You Can’t Outwork Low Back Pain.

At the moment of impact, when your club hits the golf ball,  your low back is exposed to roughly 200 pounds of force.

Fortunately, your low back has the architecture to counteract that force, and I will go into detail on that topic in a later article, but this article is about how to give your low back a chance to be successful.

You see, your low back needs your help – it can’t do it all by itself.

So what can you do to help your low back?

Increasing the capacity in your low back is the most impactful thing we can do to help your low back.

Recall from my previous article, that every tissue has a tolerance and a capacity.

Tolerance is how much load the tissue can take before it becomes injured.

Capacity is the sum total of work a tissue can endure over a given amount of time – a workout session, a day, a week, etc.- before it becomes injured.

Everything you do is either adding capacity to your back or or taking away capacity from your low back.

“Capacity is a  COMMODITY  and there’s a limit to it.”

Think of capacity as being like money and your low back as being like a bank account.


Bank Account = BACK ACCOUNT

This is the most important concept to grasp when recovering from low back pain.

“Everything you do is either putting SPINE BUCKS  into your  BACK ACCOUNT or you’re taking SPINE BUCKS out of your BACK ACCOUNT.”

So, with this in mind let’s take a deep dive into your workouts.

Your workouts are either giving you SPINE BUCKS or they’re costing you SPINE BUCKS.

Going to your workouts is like going to your job.

Could you imagine that instead of getting paid money every time you went to work, you had to pay?!

It’s the same with your workouts.

You’re putting in the work, so you should be getting paid.

To put that another way, your workouts should be paying you SPINE BUCKS, not costing you SPINE BUCKS.

“The purpose of your workouts is to accrue SPINE BUCKS so that you can then take those SPINE BUCKS and spend them on the golf course.”

Simple as that.

Strength coaches almost always get this wrong.

Is Low Back Pain Killing Your Golf Game?

Use this Weird 11-minute movement routine before your next round to help turn your joints into elastic springs and cut back pain by 50% (and improve your swing)

Where should I send your FREE Guide?

Swinging a golf club costs a lot of SPINE BUCKS – it’s very expensive.

As we already learned, our spine is exposed to 200 pounds of force at impact.

So, knowing that golfing costs a lot of SPINE BUCKS , are your workouts giving you SPINE BUCKS or  are they costing you SPINE BUCKS.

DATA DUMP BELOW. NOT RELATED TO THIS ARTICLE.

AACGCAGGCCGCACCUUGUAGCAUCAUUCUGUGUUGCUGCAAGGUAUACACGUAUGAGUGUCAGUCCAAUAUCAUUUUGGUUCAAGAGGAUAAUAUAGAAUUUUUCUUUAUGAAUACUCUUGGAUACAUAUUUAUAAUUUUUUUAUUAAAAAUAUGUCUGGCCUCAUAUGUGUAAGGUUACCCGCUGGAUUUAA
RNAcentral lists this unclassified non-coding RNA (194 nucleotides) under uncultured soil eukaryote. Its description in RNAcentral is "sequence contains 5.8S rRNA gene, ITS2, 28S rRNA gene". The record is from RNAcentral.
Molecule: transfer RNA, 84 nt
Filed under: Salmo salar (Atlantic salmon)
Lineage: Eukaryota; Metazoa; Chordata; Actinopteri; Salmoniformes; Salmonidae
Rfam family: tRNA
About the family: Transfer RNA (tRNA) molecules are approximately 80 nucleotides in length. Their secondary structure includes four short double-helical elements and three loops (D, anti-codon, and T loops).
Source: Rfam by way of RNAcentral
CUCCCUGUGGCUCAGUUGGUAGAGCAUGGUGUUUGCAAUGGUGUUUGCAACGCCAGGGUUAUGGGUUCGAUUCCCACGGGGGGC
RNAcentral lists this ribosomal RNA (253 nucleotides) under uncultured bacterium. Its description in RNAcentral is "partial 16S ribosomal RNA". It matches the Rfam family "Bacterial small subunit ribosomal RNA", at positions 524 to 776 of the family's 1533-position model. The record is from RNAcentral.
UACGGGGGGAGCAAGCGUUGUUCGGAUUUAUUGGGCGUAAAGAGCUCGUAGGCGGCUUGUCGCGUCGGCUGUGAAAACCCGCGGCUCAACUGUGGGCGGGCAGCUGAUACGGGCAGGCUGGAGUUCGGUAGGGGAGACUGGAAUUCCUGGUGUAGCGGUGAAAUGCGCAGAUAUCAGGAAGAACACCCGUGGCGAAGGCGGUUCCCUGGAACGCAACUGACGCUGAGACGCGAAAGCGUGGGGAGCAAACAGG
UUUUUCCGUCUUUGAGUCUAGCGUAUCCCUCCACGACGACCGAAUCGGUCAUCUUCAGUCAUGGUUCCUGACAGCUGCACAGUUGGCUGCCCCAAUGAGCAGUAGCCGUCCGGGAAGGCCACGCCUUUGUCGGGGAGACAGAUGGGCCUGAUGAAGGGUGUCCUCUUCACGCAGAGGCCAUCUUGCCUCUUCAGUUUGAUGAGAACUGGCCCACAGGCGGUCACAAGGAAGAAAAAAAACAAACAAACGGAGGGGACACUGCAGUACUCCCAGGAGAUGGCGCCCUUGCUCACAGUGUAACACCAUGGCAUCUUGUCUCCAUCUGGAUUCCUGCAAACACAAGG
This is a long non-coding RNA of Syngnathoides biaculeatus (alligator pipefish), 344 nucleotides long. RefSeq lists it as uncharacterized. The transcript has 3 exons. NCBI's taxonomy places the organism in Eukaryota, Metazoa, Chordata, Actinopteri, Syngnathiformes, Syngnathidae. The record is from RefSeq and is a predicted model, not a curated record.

“Are you wasting all your SPINE BUCKS in the gym by doing exercises like squats, deadlifts, and Russian twists?”

As a golfer, the above exercises are very expensive.

Is that where you want to spend your SPINE BUCKS?

If so, that’s fine.

But, if you have low back pain and you are a golfer, this is frivolous spending.

We need to put you on a SPINE BUDGET – stop doing squats, deadlifts, and Russian twists.

We also need to start making some smart investments so that we can accrue SPINE BUCKS.

Here Are The Top 5 Low-Risk Exercises That Deliver High-Returns:



The above exercises are specifically designed to give you a big return-on-investment.

If you are looking for something more advanced give these guys a try.

The following exercises have more more risk, but if done with pristine form will give you a huge return:



Another very important concept to understand is that…

“You should always feel stronger after training than before you started.”

Don’t think of above exercises as workouts.

Instead, think of these exercises as practice.

We are practicing movement patterns and skill acquisition.

We are creating optimal movement patterns and we are doing this without fatigue.

Endurance, like every other training principle, follows a progression, and…

“We increase endurance by avoiding fatigue.”

This sounds paradoxical, however the intent of endurance training is to build a base of perfect movement patterns, not fatigue patterns that will compromise performance later.

If you practice while fatigued you’re just improving you ability to compensate and that’s not the path to success.

When you practice without perfect movement patterns it’s a lost opportunity and waste of training capacity.

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Hi, I'm Thomas...

I understand what it is like to live with low back pain because I have three bulging discs and osteoarthritis in my low back. I learned how to not only manage my low back pain, but eliminate it almost entirely and without prescription drugs. I can teach you how to do the same.

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